But it is not too late. We must continue to push against this exclusionary and restrictive vision for human rights. We must challenge the government and show that we will not accept privileges, only rights. We must be guaranteed that no piece of UK legislation will ever be used to infringe on our human rights. We are entitled to these rights, as human beings, regardless of whether we are UK citizens or refuges. We have to all speak out. We have to transcend their attempts to divide us. We have to be united.
That is my plea: let us speak out together in order to protect our freedoms and human rights. Because if we shout loud enough, they will have to listen.
Amnesty International, Amnesty International Report 2021/22: The State of the World’s Human Rights, Amnesty International Ltd, 2022
Badshah, Nadeem, ‘Amnesty hits out at Tory plans to replace Human Rights Act with bill of rights’, The Guardian, Guardian News & Media Limited, 2022, https://www.theguardian.com/law/2022/mar/27/amnesty-hits-out-at-tory-plans-to-replace-human-rights-act-with-bill-of-rights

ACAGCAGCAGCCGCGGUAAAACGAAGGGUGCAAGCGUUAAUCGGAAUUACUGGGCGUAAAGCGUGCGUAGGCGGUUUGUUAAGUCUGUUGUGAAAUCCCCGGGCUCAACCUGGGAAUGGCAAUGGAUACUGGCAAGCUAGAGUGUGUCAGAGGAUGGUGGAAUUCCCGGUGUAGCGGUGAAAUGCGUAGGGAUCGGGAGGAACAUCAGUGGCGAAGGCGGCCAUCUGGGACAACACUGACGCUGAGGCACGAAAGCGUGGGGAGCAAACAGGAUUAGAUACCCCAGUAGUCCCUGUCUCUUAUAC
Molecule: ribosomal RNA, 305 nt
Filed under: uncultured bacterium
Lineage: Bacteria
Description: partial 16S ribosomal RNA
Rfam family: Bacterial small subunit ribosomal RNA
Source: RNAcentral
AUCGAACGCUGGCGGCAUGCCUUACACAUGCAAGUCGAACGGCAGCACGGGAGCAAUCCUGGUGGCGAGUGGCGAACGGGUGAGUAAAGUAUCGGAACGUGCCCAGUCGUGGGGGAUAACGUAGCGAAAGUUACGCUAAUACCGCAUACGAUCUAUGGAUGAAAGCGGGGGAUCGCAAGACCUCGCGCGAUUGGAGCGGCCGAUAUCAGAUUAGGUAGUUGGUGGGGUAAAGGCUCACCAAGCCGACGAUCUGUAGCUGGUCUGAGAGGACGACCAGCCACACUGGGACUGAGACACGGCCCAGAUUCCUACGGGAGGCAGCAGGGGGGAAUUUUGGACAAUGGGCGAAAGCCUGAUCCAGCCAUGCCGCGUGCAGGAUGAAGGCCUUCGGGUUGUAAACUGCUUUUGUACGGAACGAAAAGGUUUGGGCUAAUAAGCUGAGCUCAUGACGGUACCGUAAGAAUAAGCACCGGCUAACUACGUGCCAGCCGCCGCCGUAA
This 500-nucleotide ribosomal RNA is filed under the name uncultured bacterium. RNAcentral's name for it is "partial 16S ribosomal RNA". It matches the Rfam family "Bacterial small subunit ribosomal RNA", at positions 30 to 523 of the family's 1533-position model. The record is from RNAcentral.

Bhambra, Gurminder K., ‘The current crisis of Europe: Refugees, colonialism, and the limits of cosmopolitanism’, European Law Journal, Vol.23, No.5 (2017), John Wiley & Sons, Inc., pg.395-405
Donnelly, Jack, ‘Human Rights as Natural Rights’, Human Rights Quarterly, Vol.4, No.3 (1982), John Hopkins University Press, pg.391-405
Riley-Smith, Ben, ‘Scrap the Human Rights Act or more people will die in the Channel, warn Tory MPs’, The Telegraph, 2021, www.telegraph.co.uk/news/2021/11/25/scrap-human-rights-act-people-will-die-channel-warn-tory-mps/